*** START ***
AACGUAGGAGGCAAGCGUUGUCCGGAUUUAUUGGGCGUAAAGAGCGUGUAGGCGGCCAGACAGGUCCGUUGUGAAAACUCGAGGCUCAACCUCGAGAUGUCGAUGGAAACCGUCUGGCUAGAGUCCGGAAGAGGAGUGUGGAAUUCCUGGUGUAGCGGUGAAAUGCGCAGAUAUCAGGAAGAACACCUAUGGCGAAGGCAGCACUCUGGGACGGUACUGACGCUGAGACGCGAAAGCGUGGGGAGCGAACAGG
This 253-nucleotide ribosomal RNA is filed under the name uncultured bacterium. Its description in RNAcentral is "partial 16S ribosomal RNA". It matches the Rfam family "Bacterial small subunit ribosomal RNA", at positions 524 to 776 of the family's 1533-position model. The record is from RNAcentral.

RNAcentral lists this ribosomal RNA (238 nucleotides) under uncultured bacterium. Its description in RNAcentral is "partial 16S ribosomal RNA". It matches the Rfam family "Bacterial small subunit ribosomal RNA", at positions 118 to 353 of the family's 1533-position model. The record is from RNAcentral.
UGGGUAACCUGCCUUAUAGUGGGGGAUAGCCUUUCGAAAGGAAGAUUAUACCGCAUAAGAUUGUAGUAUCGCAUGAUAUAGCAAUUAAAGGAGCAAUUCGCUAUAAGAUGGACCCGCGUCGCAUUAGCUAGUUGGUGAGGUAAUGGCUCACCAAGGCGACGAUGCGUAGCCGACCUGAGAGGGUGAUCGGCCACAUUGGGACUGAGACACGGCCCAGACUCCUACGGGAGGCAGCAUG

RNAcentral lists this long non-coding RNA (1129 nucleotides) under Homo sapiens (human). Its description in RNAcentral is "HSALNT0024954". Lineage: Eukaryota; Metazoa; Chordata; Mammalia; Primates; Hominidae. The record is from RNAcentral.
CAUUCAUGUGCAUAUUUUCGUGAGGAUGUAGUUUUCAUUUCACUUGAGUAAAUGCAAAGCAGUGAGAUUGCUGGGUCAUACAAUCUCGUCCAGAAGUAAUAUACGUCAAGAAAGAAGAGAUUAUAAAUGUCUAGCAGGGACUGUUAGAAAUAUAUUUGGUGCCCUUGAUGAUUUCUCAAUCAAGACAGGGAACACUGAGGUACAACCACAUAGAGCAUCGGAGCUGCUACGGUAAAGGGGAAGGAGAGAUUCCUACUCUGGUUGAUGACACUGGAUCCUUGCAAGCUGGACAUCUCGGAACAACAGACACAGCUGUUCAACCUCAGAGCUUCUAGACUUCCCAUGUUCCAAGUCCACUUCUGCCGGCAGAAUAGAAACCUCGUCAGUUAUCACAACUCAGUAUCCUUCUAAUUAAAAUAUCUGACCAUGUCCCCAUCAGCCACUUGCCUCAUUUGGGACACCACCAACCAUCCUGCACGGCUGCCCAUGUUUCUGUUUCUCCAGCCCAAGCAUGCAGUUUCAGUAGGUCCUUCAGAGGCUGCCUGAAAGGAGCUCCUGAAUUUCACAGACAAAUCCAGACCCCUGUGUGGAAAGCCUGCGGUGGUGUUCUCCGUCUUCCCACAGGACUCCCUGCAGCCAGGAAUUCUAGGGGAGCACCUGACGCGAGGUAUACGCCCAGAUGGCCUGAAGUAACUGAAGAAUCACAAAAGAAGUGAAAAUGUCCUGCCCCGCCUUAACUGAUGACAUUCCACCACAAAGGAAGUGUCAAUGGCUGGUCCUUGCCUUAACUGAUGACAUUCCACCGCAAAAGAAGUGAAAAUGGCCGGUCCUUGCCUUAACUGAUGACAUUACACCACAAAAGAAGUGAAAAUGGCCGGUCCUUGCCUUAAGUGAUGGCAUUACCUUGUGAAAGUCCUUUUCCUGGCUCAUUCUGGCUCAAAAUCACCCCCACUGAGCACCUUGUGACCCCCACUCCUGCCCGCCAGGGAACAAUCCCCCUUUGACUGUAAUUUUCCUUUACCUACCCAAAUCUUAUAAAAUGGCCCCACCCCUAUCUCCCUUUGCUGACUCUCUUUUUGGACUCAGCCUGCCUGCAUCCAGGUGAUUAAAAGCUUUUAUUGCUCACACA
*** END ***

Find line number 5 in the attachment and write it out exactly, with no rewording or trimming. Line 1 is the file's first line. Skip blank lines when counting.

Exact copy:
RNAcentral lists this long non-coding RNA (1129 nucleotides) under Homo sapiens (human). Its description in RNAcentral is "HSALNT0024954". Lineage: Eukaryota; Metazoa; Chordata; Mammalia; Primates; Hominidae. The record is from RNAcentral.